There is a limited number of people for whom contracting polio could be morbidly viewed as a good thing. But according to British comedian Phil Jupitus, when “the human being in history who has done the most damage to the environment” contracted a chronic disease, the world was better off for it.
This menace was Thomas Midgley Jr., class of 1911 — one Cornell alumnus seldom bragged about during tours of Sibley School of Mechanical and Aerospace Engineering.
To many environmentalists, Jupitus’ comment may seem appropriate. Midgley’s inventions, the tetra-ethyl lead (TEL) additive in gasoline and chlorofluorocarbon (CFC) refrigerants, became two of the most talked about chemical pollutants in human history.
Lead is a dangerous neurotoxin that can cause nausea, insomnia, impaired cognitive function and in extreme cases seizures, comas and death.
Chlorofluorocarbons break apart in the Earth’s atmosphere, releasing fluorine atoms that diminish the ozone layer. As this layer of gas wears away, more ultraviolet radiation from the sun reaches the earth’s surface, increasing the incidence of skin cancer in humans and increasing the amount of toxic ozone gas in breathable air.
After Midgley graduated with a degree in mechanical engineering, Charles Kettering, a notable inventor himself (he sometimes said that Midgley was his greatest discovery), recruited the young scientist to work in the lab at General Motors.
His first invention, tetra-ethyl lead, was designed to reduce a condition in cars called “engine knock.” In a car engine, a piston compresses a mixture of gasoline and air to compress fuel, which is ignited by a spark to release energy. This controlled combustion pushes the piston back again so the process can repeat.
Prof. Albert George, mechanical engineering, explained, “What happens [with knocking] is, you try to compress a mixture of fuel and air and it explodes by itself before you get a chance to put a spark in. When that happens, it’s an explosion rather than a controlled burn. … [The explosion] both melts things, and physically damages them.”
Usually, more compression means a more efficient engine. However, if a fuel is compressed too much, the engine will knock.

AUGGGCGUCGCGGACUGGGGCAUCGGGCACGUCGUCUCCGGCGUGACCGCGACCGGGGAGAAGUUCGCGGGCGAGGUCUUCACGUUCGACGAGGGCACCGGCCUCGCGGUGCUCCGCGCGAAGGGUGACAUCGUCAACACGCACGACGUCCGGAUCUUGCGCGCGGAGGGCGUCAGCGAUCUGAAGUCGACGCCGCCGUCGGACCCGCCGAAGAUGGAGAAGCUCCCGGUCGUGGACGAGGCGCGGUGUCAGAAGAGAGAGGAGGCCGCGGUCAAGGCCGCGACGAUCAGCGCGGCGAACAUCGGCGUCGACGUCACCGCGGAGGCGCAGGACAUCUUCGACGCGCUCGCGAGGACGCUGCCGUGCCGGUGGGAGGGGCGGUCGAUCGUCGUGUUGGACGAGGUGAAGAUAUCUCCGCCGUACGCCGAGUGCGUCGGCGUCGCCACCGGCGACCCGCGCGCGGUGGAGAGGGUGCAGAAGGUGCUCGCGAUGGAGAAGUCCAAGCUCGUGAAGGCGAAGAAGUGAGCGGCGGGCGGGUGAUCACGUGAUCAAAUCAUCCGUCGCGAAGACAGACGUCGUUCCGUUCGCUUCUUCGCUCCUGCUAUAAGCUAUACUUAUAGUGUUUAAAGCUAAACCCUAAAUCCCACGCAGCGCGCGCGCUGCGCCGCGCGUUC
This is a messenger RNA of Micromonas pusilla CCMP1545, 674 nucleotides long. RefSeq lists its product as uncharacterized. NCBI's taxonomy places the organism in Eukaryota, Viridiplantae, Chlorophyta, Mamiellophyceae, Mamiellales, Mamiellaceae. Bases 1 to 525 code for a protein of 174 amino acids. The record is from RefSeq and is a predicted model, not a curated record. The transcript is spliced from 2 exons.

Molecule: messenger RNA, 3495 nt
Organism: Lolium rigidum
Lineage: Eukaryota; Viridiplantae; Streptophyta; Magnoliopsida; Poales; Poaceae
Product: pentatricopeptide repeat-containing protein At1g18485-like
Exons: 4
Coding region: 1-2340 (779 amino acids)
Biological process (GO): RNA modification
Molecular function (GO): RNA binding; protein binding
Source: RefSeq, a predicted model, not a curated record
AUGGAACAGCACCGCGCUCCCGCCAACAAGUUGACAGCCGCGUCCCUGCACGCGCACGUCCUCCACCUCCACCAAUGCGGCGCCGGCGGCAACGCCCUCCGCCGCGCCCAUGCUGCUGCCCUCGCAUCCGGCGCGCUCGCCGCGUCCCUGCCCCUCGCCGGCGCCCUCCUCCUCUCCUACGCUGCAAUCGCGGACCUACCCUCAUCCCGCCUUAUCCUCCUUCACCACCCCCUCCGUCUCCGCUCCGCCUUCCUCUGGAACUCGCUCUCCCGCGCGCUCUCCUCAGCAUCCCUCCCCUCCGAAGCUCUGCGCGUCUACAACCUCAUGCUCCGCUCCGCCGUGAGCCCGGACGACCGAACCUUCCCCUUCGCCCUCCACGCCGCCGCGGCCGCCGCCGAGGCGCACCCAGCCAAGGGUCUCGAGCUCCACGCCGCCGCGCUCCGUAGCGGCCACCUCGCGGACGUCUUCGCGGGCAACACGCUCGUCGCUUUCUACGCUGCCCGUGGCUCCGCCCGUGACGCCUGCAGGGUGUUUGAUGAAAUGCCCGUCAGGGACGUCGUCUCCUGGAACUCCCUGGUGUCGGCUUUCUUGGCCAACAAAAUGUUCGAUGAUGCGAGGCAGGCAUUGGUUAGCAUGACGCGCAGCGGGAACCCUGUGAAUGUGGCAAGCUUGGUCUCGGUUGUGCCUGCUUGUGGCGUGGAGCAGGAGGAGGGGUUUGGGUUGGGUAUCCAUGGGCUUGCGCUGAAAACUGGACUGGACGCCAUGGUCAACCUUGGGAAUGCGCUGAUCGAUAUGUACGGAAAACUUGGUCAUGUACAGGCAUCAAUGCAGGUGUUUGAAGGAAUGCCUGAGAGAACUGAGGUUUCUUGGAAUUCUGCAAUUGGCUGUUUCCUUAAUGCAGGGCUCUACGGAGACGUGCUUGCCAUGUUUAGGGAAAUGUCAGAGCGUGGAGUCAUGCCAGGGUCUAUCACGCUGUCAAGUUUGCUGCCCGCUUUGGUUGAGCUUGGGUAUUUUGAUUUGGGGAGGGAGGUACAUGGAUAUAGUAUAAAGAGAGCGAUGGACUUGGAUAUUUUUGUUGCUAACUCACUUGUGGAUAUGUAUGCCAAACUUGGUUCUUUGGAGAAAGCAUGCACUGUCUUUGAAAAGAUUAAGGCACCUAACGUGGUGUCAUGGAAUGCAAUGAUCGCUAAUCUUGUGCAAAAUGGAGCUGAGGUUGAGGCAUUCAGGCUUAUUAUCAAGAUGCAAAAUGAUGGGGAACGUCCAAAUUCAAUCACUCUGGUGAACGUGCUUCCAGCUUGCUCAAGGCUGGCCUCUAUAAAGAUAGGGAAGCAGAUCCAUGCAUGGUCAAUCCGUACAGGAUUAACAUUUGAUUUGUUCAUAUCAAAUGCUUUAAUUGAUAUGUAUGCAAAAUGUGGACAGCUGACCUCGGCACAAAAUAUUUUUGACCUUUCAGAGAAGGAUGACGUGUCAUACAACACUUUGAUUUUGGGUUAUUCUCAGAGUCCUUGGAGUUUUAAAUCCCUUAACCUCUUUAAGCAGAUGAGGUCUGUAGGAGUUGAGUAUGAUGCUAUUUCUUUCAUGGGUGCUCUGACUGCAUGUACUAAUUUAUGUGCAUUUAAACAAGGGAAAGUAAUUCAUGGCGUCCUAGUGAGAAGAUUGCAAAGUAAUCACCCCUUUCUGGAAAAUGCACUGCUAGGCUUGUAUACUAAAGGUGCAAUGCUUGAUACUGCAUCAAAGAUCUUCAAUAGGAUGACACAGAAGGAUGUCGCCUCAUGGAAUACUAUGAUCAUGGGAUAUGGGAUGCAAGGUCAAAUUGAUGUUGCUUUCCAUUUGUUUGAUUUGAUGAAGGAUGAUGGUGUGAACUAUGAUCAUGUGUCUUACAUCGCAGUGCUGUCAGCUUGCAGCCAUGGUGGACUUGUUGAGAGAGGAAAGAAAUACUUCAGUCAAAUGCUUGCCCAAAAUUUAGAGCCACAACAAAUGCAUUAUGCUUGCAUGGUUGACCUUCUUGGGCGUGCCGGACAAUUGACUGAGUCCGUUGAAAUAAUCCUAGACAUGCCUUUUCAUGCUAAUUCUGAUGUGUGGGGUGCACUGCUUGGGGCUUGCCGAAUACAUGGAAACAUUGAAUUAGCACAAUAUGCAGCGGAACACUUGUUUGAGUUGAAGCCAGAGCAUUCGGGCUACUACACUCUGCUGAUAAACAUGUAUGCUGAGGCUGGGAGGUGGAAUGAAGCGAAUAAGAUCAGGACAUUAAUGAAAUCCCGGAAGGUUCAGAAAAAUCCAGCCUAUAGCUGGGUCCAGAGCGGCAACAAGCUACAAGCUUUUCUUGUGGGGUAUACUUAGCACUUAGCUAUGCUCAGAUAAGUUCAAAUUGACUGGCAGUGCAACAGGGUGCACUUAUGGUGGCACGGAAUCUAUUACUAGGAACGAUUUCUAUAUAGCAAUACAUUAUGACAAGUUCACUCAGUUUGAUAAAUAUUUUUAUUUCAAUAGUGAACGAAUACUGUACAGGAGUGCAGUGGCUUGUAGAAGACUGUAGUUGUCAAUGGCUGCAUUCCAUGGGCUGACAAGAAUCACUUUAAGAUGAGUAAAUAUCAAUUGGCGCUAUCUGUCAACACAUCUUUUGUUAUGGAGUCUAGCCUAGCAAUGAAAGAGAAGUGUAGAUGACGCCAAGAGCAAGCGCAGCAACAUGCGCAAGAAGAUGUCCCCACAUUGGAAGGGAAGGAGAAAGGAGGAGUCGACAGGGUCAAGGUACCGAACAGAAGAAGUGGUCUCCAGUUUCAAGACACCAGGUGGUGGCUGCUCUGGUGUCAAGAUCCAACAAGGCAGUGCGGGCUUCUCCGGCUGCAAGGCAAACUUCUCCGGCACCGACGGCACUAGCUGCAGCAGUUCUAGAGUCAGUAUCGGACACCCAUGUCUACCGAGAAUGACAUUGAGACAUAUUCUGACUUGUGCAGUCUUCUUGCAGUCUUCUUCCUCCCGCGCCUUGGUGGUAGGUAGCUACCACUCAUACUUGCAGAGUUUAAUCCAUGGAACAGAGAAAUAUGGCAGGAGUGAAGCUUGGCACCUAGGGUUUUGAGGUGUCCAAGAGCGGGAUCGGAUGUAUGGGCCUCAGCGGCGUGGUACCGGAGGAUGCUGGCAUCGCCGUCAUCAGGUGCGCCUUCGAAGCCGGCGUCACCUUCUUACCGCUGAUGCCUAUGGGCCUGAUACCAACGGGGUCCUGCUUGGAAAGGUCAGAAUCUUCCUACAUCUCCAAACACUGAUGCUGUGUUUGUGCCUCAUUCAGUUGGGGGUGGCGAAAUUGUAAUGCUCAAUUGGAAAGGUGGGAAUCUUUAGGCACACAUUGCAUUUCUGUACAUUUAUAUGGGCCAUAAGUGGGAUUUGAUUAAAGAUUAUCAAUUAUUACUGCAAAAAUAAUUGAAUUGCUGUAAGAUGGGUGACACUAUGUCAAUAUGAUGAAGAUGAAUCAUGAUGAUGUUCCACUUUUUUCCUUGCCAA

In order to remedy this problem, additives are mixed with the fuel to increase its octane rating — its ability to be compressed without exploding. When Midgley was assigned to remedy the problem of engine knock, there were additives that could reduce knock but none that effectively get rid of it.
Midgley was not a chemist, but he was clever. His boss Charles Kettering observed of him in a biography, “Midgley's interest in the periodic table caused him to carry a copy of it with him constantly.” Working his way through the table, Midgley discovered that when added to gasoline, certain elements significantly reduced engine knock. None, however, were more effective than lead.
Lead was such an effective antiknock agent that all one had to do was wave a TEL soaked cloth in front of the intake of a knocking engine and the sound would almost immediately stop. According to Prof. Elizabeth Fisher, mechanical engineering, “As a combustion person, you can see how excited you would get over something like this. It was incredibly effective.”
CFCs were a similarly miraculous discovery. Refrigerants at the time were harmful in their own right. A refrigerant leak in a Cleveland hospital in 1929 killed over 100 people. “To put this in historical perspective,” Prof. Ke Zhang, mechanical engineering said, “Before CFCs, the coolants [were] toxic gases, like SO2 and ammonia.”
Charles Kettering asked Midgley to work on a safer alternative to the toxic refrigerants. Midgley agreed and began to experiment systematically as he had with engine knock. Again, he followed the periodic trends and within three days he had discovered chlorofluorocarbons.
It was not until long after Midgley died that three chemists discovered the environmental effects of CFCs. “The three chemists got Nobel prizes by figuring out how the CFC[s] caused the ozone problem.” Zhang said.
Fifty years ago, no one imagined that CFCs would have such a negative effect on the environment. Likewise, both Fisher and George agreed that there is no sure way to tell if we are using a chemical today that might be surreptitiously munching at our atmosphere or leeching the health out of our bodies.
“A little known fact is that [TEL] wasn’t phased out for its health effects,” Fisher said. “It was phased out because of catalytic converters. We were ready to start controlling various air pollutants and the way to do that was to introduce catalytic converters and the converters couldn’t tolerate lead.”
Today’s engineering students are being taught to consider environmental impact. In systems engineering, George said, students are taught to keep track of their inputs and outputs from the time the needed materials are obtained to the time when they are thrown away.
Zhang said an increasing number of students enter the engineering school focused on building spaceships, but end up more interested in the fields like sustainable energy. To these students, Midgley’s story may serve as a cautionary tale.